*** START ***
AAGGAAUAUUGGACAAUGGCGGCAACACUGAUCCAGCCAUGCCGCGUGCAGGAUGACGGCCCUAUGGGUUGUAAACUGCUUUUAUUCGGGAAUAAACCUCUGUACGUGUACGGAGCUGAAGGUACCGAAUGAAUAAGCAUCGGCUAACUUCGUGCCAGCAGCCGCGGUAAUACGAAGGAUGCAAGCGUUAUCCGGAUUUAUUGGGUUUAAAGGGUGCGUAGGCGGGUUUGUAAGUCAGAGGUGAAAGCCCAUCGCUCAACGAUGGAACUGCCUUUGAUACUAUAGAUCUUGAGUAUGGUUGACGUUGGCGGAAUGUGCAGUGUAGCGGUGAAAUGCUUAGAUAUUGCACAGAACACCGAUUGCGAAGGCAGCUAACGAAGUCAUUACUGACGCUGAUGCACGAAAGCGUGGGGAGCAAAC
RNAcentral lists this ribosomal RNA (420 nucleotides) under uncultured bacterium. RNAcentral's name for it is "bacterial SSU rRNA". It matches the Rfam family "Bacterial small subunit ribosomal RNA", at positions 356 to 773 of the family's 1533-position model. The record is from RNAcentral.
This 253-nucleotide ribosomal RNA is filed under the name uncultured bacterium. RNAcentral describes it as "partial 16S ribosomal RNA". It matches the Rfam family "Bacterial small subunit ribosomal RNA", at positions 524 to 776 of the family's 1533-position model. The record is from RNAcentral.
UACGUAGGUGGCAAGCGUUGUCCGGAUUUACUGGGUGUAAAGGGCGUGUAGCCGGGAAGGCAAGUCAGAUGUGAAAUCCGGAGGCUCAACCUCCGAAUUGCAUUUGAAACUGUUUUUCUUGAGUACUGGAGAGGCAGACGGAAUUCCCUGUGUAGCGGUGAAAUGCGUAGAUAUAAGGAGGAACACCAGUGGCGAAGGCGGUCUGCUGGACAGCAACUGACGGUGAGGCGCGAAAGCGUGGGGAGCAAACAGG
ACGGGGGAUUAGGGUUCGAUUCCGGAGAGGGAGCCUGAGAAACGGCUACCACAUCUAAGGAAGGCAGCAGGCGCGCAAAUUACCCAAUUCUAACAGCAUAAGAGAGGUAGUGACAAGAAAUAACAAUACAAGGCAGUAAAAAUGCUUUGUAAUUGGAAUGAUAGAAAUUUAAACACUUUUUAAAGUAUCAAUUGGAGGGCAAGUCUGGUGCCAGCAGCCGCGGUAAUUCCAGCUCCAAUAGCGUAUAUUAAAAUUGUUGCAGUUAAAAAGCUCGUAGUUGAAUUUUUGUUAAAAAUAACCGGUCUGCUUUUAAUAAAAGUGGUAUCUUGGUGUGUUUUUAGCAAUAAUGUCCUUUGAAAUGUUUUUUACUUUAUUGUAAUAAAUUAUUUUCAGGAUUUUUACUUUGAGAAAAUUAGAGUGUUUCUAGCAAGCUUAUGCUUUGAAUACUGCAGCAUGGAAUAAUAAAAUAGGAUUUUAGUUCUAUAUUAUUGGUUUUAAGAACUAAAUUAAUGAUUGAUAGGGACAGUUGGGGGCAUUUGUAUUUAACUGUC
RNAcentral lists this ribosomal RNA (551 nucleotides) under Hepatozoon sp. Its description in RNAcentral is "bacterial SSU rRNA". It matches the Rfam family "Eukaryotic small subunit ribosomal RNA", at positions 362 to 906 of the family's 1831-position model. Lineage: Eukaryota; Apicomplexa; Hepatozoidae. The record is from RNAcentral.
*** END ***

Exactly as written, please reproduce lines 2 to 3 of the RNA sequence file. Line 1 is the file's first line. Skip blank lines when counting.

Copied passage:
RNAcentral lists this ribosomal RNA (420 nucleotides) under uncultured bacterium. RNAcentral's name for it is "bacterial SSU rRNA". It matches the Rfam family "Bacterial small subunit ribosomal RNA", at positions 356 to 773 of the family's 1533-position model. The record is from RNAcentral.
This 253-nucleotide ribosomal RNA is filed under the name uncultured bacterium. RNAcentral describes it as "partial 16S ribosomal RNA". It matches the Rfam family "Bacterial small subunit ribosomal RNA", at positions 524 to 776 of the family's 1533-position model. The record is from RNAcentral.